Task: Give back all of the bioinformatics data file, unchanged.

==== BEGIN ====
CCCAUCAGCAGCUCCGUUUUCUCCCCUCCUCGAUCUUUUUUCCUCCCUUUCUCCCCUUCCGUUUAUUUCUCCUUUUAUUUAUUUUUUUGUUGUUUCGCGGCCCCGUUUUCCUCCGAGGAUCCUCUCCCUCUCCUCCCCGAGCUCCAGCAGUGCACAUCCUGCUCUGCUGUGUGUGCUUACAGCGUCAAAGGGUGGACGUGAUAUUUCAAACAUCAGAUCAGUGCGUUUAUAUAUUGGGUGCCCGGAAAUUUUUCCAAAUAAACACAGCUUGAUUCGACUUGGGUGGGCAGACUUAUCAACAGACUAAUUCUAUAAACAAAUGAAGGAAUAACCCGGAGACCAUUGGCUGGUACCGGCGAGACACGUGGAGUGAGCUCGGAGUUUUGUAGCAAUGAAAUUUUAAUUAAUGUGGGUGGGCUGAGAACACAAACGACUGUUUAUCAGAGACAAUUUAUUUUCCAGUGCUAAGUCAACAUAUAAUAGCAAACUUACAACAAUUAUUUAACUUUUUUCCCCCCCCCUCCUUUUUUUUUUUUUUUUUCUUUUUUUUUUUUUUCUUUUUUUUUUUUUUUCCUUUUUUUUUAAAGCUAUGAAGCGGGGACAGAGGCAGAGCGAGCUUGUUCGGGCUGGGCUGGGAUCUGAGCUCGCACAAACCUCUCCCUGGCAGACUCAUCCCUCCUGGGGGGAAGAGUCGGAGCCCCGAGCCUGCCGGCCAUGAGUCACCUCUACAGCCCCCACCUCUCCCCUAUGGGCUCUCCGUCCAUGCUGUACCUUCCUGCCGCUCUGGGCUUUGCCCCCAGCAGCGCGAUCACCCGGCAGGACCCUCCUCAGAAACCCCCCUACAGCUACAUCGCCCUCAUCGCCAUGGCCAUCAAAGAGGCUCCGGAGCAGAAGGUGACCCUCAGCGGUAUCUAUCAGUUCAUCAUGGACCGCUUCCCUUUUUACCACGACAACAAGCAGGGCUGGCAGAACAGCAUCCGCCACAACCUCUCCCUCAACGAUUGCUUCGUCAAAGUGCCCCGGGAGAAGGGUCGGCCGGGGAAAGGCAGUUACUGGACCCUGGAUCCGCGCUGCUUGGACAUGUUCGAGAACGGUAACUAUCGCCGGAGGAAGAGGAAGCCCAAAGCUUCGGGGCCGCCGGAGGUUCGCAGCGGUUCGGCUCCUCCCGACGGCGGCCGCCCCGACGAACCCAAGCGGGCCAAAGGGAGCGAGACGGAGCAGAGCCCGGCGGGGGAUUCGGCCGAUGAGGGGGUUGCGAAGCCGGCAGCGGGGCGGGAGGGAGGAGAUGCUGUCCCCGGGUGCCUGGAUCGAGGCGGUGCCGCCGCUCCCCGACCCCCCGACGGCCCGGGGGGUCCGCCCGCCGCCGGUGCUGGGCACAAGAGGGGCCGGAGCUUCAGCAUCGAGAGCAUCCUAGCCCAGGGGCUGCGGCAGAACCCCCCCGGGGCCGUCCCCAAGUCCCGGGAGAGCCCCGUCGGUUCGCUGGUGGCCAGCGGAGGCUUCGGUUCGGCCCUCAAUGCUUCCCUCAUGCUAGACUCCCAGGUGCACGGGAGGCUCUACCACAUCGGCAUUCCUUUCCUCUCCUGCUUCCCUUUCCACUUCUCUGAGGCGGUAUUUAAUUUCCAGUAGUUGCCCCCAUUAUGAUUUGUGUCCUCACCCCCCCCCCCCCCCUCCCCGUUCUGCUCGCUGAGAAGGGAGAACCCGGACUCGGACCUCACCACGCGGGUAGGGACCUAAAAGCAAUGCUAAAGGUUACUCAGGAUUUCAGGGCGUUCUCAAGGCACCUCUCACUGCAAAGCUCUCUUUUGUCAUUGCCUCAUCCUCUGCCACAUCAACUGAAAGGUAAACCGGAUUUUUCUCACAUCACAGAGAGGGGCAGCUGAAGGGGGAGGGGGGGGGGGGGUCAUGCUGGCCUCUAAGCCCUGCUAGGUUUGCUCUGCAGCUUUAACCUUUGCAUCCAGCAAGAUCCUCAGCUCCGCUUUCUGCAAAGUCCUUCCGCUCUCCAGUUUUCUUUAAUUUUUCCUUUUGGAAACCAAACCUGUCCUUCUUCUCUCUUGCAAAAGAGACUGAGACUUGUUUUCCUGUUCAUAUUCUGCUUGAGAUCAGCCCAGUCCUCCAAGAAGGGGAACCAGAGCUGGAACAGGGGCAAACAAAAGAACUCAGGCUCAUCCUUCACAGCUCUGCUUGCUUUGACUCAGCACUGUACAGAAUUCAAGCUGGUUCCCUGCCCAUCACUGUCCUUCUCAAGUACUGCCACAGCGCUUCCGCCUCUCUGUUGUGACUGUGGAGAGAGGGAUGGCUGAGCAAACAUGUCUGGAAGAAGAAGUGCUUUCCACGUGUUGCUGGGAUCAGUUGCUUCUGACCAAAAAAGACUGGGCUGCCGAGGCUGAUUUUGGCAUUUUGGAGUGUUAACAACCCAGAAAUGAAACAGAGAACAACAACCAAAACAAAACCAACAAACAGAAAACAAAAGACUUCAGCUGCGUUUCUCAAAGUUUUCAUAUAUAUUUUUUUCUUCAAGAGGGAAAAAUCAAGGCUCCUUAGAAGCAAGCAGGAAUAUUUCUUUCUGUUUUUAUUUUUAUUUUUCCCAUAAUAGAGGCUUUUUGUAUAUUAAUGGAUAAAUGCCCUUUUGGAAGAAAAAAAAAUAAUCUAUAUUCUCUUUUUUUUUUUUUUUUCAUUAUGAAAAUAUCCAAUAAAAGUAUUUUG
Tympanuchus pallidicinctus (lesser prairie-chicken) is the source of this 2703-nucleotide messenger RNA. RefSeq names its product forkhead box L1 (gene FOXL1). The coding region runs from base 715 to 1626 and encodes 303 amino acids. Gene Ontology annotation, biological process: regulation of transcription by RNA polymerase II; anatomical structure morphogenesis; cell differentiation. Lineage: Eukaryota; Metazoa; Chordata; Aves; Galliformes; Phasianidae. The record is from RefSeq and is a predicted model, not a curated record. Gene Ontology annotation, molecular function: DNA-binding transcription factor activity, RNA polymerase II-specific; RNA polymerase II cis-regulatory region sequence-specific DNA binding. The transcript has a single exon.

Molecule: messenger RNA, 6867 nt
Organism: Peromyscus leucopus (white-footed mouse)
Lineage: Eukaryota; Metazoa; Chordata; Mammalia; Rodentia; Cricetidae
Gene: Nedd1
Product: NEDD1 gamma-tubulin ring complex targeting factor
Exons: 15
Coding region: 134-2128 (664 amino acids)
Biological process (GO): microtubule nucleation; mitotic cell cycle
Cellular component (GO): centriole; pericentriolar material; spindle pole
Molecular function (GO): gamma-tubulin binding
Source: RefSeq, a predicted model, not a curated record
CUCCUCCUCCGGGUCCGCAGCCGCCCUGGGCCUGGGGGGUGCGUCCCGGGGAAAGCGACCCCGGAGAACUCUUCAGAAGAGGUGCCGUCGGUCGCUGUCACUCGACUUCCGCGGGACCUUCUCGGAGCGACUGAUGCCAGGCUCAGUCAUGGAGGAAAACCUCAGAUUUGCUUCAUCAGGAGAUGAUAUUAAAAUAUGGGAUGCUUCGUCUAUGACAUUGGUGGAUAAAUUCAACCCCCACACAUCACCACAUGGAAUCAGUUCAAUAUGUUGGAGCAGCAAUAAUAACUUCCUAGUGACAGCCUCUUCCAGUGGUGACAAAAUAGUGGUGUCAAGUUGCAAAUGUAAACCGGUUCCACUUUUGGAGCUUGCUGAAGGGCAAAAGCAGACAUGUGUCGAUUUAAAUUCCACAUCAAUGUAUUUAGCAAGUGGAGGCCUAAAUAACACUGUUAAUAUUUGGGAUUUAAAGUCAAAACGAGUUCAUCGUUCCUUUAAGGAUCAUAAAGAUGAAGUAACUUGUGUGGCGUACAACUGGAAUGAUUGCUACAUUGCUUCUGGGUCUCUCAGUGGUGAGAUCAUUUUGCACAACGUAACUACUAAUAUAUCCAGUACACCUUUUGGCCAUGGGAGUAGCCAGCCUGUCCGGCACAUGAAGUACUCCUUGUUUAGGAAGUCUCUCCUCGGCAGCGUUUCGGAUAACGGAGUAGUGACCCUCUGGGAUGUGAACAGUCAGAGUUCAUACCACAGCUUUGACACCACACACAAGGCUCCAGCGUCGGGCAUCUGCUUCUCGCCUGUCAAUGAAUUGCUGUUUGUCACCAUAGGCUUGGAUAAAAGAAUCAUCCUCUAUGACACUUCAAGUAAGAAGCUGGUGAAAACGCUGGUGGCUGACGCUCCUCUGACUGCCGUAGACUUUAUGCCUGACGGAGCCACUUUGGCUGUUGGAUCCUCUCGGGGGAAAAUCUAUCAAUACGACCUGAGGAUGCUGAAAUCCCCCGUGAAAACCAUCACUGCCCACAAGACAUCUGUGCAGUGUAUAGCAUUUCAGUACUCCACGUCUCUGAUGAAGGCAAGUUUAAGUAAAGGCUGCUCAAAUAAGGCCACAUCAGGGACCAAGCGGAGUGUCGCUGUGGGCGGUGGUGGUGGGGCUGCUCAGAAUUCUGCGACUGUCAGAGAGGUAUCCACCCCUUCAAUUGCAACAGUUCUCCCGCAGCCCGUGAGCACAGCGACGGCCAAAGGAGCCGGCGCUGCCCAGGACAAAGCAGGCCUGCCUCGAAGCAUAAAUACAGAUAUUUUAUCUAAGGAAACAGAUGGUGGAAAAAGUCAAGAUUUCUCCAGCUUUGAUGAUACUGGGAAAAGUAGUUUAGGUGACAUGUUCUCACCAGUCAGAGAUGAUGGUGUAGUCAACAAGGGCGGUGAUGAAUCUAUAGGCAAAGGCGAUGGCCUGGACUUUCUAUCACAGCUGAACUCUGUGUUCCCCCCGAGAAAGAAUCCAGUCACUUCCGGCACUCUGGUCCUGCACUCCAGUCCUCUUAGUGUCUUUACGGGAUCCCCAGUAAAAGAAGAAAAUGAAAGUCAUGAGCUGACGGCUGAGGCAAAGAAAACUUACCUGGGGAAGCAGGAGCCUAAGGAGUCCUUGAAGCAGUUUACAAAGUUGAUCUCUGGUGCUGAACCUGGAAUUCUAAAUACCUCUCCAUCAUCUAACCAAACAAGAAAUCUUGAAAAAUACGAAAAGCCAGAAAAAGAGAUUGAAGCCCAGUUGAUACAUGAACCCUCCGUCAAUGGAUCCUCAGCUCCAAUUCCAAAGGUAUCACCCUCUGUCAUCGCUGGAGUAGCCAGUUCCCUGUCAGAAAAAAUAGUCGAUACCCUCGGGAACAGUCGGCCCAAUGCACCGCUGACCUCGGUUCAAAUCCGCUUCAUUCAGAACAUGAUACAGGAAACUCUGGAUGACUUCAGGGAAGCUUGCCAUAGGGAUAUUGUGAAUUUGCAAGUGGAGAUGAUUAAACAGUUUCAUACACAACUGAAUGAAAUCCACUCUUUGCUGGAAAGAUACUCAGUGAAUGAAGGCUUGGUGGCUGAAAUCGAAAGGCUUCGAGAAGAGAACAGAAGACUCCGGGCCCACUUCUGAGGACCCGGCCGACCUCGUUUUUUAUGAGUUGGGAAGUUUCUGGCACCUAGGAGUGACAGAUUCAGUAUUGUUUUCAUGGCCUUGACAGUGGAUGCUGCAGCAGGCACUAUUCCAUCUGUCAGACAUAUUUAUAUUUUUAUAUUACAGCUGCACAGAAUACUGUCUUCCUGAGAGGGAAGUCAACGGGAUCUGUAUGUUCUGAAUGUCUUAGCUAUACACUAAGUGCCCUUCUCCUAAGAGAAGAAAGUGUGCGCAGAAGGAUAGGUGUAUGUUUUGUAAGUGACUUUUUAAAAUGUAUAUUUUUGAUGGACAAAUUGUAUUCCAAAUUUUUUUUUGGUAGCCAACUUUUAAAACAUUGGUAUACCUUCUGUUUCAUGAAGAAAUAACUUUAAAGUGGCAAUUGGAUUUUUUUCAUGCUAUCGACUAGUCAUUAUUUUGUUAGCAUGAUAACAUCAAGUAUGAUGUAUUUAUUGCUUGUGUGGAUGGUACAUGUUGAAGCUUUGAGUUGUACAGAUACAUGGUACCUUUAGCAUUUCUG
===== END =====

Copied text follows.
CCCAUCAGCAGCUCCGUUUUCUCCCCUCCUCGAUCUUUUUUCCUCCCUUUCUCCCCUUCCGUUUAUUUCUCCUUUUAUUUAUUUUUUUGUUGUUUCGCGGCCCCGUUUUCCUCCGAGGAUCCUCUCCCUCUCCUCCCCGAGCUCCAGCAGUGCACAUCCUGCUCUGCUGUGUGUGCUUACAGCGUCAAAGGGUGGACGUGAUAUUUCAAACAUCAGAUCAGUGCGUUUAUAUAUUGGGUGCCCGGAAAUUUUUCCAAAUAAACACAGCUUGAUUCGACUUGGGUGGGCAGACUUAUCAACAGACUAAUUCUAUAAACAAAUGAAGGAAUAACCCGGAGACCAUUGGCUGGUACCGGCGAGACACGUGGAGUGAGCUCGGAGUUUUGUAGCAAUGAAAUUUUAAUUAAUGUGGGUGGGCUGAGAACACAAACGACUGUUUAUCAGAGACAAUUUAUUUUCCAGUGCUAAGUCAACAUAUAAUAGCAAACUUACAACAAUUAUUUAACUUUUUUCCCCCCCCCUCCUUUUUUUUUUUUUUUUUCUUUUUUUUUUUUUUCUUUUUUUUUUUUUUUCCUUUUUUUUUAAAGCUAUGAAGCGGGGACAGAGGCAGAGCGAGCUUGUUCGGGCUGGGCUGGGAUCUGAGCUCGCACAAACCUCUCCCUGGCAGACUCAUCCCUCCUGGGGGGAAGAGUCGGAGCCCCGAGCCUGCCGGCCAUGAGUCACCUCUACAGCCCCCACCUCUCCCCUAUGGGCUCUCCGUCCAUGCUGUACCUUCCUGCCGCUCUGGGCUUUGCCCCCAGCAGCGCGAUCACCCGGCAGGACCCUCCUCAGAAACCCCCCUACAGCUACAUCGCCCUCAUCGCCAUGGCCAUCAAAGAGGCUCCGGAGCAGAAGGUGACCCUCAGCGGUAUCUAUCAGUUCAUCAUGGACCGCUUCCCUUUUUACCACGACAACAAGCAGGGCUGGCAGAACAGCAUCCGCCACAACCUCUCCCUCAACGAUUGCUUCGUCAAAGUGCCCCGGGAGAAGGGUCGGCCGGGGAAAGGCAGUUACUGGACCCUGGAUCCGCGCUGCUUGGACAUGUUCGAGAACGGUAACUAUCGCCGGAGGAAGAGGAAGCCCAAAGCUUCGGGGCCGCCGGAGGUUCGCAGCGGUUCGGCUCCUCCCGACGGCGGCCGCCCCGACGAACCCAAGCGGGCCAAAGGGAGCGAGACGGAGCAGAGCCCGGCGGGGGAUUCGGCCGAUGAGGGGGUUGCGAAGCCGGCAGCGGGGCGGGAGGGAGGAGAUGCUGUCCCCGGGUGCCUGGAUCGAGGCGGUGCCGCCGCUCCCCGACCCCCCGACGGCCCGGGGGGUCCGCCCGCCGCCGGUGCUGGGCACAAGAGGGGCCGGAGCUUCAGCAUCGAGAGCAUCCUAGCCCAGGGGCUGCGGCAGAACCCCCCCGGGGCCGUCCCCAAGUCCCGGGAGAGCCCCGUCGGUUCGCUGGUGGCCAGCGGAGGCUUCGGUUCGGCCCUCAAUGCUUCCCUCAUGCUAGACUCCCAGGUGCACGGGAGGCUCUACCACAUCGGCAUUCCUUUCCUCUCCUGCUUCCCUUUCCACUUCUCUGAGGCGGUAUUUAAUUUCCAGUAGUUGCCCCCAUUAUGAUUUGUGUCCUCACCCCCCCCCCCCCCCUCCCCGUUCUGCUCGCUGAGAAGGGAGAACCCGGACUCGGACCUCACCACGCGGGUAGGGACCUAAAAGCAAUGCUAAAGGUUACUCAGGAUUUCAGGGCGUUCUCAAGGCACCUCUCACUGCAAAGCUCUCUUUUGUCAUUGCCUCAUCCUCUGCCACAUCAACUGAAAGGUAAACCGGAUUUUUCUCACAUCACAGAGAGGGGCAGCUGAAGGGGGAGGGGGGGGGGGGGUCAUGCUGGCCUCUAAGCCCUGCUAGGUUUGCUCUGCAGCUUUAACCUUUGCAUCCAGCAAGAUCCUCAGCUCCGCUUUCUGCAAAGUCCUUCCGCUCUCCAGUUUUCUUUAAUUUUUCCUUUUGGAAACCAAACCUGUCCUUCUUCUCUCUUGCAAAAGAGACUGAGACUUGUUUUCCUGUUCAUAUUCUGCUUGAGAUCAGCCCAGUCCUCCAAGAAGGGGAACCAGAGCUGGAACAGGGGCAAACAAAAGAACUCAGGCUCAUCCUUCACAGCUCUGCUUGCUUUGACUCAGCACUGUACAGAAUUCAAGCUGGUUCCCUGCCCAUCACUGUCCUUCUCAAGUACUGCCACAGCGCUUCCGCCUCUCUGUUGUGACUGUGGAGAGAGGGAUGGCUGAGCAAACAUGUCUGGAAGAAGAAGUGCUUUCCACGUGUUGCUGGGAUCAGUUGCUUCUGACCAAAAAAGACUGGGCUGCCGAGGCUGAUUUUGGCAUUUUGGAGUGUUAACAACCCAGAAAUGAAACAGAGAACAACAACCAAAACAAAACCAACAAACAGAAAACAAAAGACUUCAGCUGCGUUUCUCAAAGUUUUCAUAUAUAUUUUUUUCUUCAAGAGGGAAAAAUCAAGGCUCCUUAGAAGCAAGCAGGAAUAUUUCUUUCUGUUUUUAUUUUUAUUUUUCCCAUAAUAGAGGCUUUUUGUAUAUUAAUGGAUAAAUGCCCUUUUGGAAGAAAAAAAAAUAAUCUAUAUUCUCUUUUUUUUUUUUUUUUCAUUAUGAAAAUAUCCAAUAAAAGUAUUUUG
Tympanuchus pallidicinctus (lesser prairie-chicken) is the source of this 2703-nucleotide messenger RNA. RefSeq names its product forkhead box L1 (gene FOXL1). The coding region runs from base 715 to 1626 and encodes 303 amino acids. Gene Ontology annotation, biological process: regulation of transcription by RNA polymerase II; anatomical structure morphogenesis; cell differentiation. Lineage: Eukaryota; Metazoa; Chordata; Aves; Galliformes; Phasianidae. The record is from RefSeq and is a predicted model, not a curated record. Gene Ontology annotation, molecular function: DNA-binding transcription factor activity, RNA polymerase II-specific; RNA polymerase II cis-regulatory region sequence-specific DNA binding. The transcript has a single exon.

Molecule: messenger RNA, 6867 nt
Organism: Peromyscus leucopus (white-footed mouse)
Lineage: Eukaryota; Metazoa; Chordata; Mammalia; Rodentia; Cricetidae
Gene: Nedd1
Product: NEDD1 gamma-tubulin ring complex targeting factor
Exons: 15
Coding region: 134-2128 (664 amino acids)
Biological process (GO): microtubule nucleation; mitotic cell cycle
Cellular component (GO): centriole; pericentriolar material; spindle pole
Molecular function (GO): gamma-tubulin binding
Source: RefSeq, a predicted model, not a curated record
CUCCUCCUCCGGGUCCGCAGCCGCCCUGGGCCUGGGGGGUGCGUCCCGGGGAAAGCGACCCCGGAGAACUCUUCAGAAGAGGUGCCGUCGGUCGCUGUCACUCGACUUCCGCGGGACCUUCUCGGAGCGACUGAUGCCAGGCUCAGUCAUGGAGGAAAACCUCAGAUUUGCUUCAUCAGGAGAUGAUAUUAAAAUAUGGGAUGCUUCGUCUAUGACAUUGGUGGAUAAAUUCAACCCCCACACAUCACCACAUGGAAUCAGUUCAAUAUGUUGGAGCAGCAAUAAUAACUUCCUAGUGACAGCCUCUUCCAGUGGUGACAAAAUAGUGGUGUCAAGUUGCAAAUGUAAACCGGUUCCACUUUUGGAGCUUGCUGAAGGGCAAAAGCAGACAUGUGUCGAUUUAAAUUCCACAUCAAUGUAUUUAGCAAGUGGAGGCCUAAAUAACACUGUUAAUAUUUGGGAUUUAAAGUCAAAACGAGUUCAUCGUUCCUUUAAGGAUCAUAAAGAUGAAGUAACUUGUGUGGCGUACAACUGGAAUGAUUGCUACAUUGCUUCUGGGUCUCUCAGUGGUGAGAUCAUUUUGCACAACGUAACUACUAAUAUAUCCAGUACACCUUUUGGCCAUGGGAGUAGCCAGCCUGUCCGGCACAUGAAGUACUCCUUGUUUAGGAAGUCUCUCCUCGGCAGCGUUUCGGAUAACGGAGUAGUGACCCUCUGGGAUGUGAACAGUCAGAGUUCAUACCACAGCUUUGACACCACACACAAGGCUCCAGCGUCGGGCAUCUGCUUCUCGCCUGUCAAUGAAUUGCUGUUUGUCACCAUAGGCUUGGAUAAAAGAAUCAUCCUCUAUGACACUUCAAGUAAGAAGCUGGUGAAAACGCUGGUGGCUGACGCUCCUCUGACUGCCGUAGACUUUAUGCCUGACGGAGCCACUUUGGCUGUUGGAUCCUCUCGGGGGAAAAUCUAUCAAUACGACCUGAGGAUGCUGAAAUCCCCCGUGAAAACCAUCACUGCCCACAAGACAUCUGUGCAGUGUAUAGCAUUUCAGUACUCCACGUCUCUGAUGAAGGCAAGUUUAAGUAAAGGCUGCUCAAAUAAGGCCACAUCAGGGACCAAGCGGAGUGUCGCUGUGGGCGGUGGUGGUGGGGCUGCUCAGAAUUCUGCGACUGUCAGAGAGGUAUCCACCCCUUCAAUUGCAACAGUUCUCCCGCAGCCCGUGAGCACAGCGACGGCCAAAGGAGCCGGCGCUGCCCAGGACAAAGCAGGCCUGCCUCGAAGCAUAAAUACAGAUAUUUUAUCUAAGGAAACAGAUGGUGGAAAAAGUCAAGAUUUCUCCAGCUUUGAUGAUACUGGGAAAAGUAGUUUAGGUGACAUGUUCUCACCAGUCAGAGAUGAUGGUGUAGUCAACAAGGGCGGUGAUGAAUCUAUAGGCAAAGGCGAUGGCCUGGACUUUCUAUCACAGCUGAACUCUGUGUUCCCCCCGAGAAAGAAUCCAGUCACUUCCGGCACUCUGGUCCUGCACUCCAGUCCUCUUAGUGUCUUUACGGGAUCCCCAGUAAAAGAAGAAAAUGAAAGUCAUGAGCUGACGGCUGAGGCAAAGAAAACUUACCUGGGGAAGCAGGAGCCUAAGGAGUCCUUGAAGCAGUUUACAAAGUUGAUCUCUGGUGCUGAACCUGGAAUUCUAAAUACCUCUCCAUCAUCUAACCAAACAAGAAAUCUUGAAAAAUACGAAAAGCCAGAAAAAGAGAUUGAAGCCCAGUUGAUACAUGAACCCUCCGUCAAUGGAUCCUCAGCUCCAAUUCCAAAGGUAUCACCCUCUGUCAUCGCUGGAGUAGCCAGUUCCCUGUCAGAAAAAAUAGUCGAUACCCUCGGGAACAGUCGGCCCAAUGCACCGCUGACCUCGGUUCAAAUCCGCUUCAUUCAGAACAUGAUACAGGAAACUCUGGAUGACUUCAGGGAAGCUUGCCAUAGGGAUAUUGUGAAUUUGCAAGUGGAGAUGAUUAAACAGUUUCAUACACAACUGAAUGAAAUCCACUCUUUGCUGGAAAGAUACUCAGUGAAUGAAGGCUUGGUGGCUGAAAUCGAAAGGCUUCGAGAAGAGAACAGAAGACUCCGGGCCCACUUCUGAGGACCCGGCCGACCUCGUUUUUUAUGAGUUGGGAAGUUUCUGGCACCUAGGAGUGACAGAUUCAGUAUUGUUUUCAUGGCCUUGACAGUGGAUGCUGCAGCAGGCACUAUUCCAUCUGUCAGACAUAUUUAUAUUUUUAUAUUACAGCUGCACAGAAUACUGUCUUCCUGAGAGGGAAGUCAACGGGAUCUGUAUGUUCUGAAUGUCUUAGCUAUACACUAAGUGCCCUUCUCCUAAGAGAAGAAAGUGUGCGCAGAAGGAUAGGUGUAUGUUUUGUAAGUGACUUUUUAAAAUGUAUAUUUUUGAUGGACAAAUUGUAUUCCAAAUUUUUUUUUGGUAGCCAACUUUUAAAACAUUGGUAUACCUUCUGUUUCAUGAAGAAAUAACUUUAAAGUGGCAAUUGGAUUUUUUUCAUGCUAUCGACUAGUCAUUAUUUUGUUAGCAUGAUAACAUCAAGUAUGAUGUAUUUAUUGCUUGUGUGGAUGGUACAUGUUGAAGCUUUGAGUUGUACAGAUACAUGGUACCUUUAGCAUUUCUG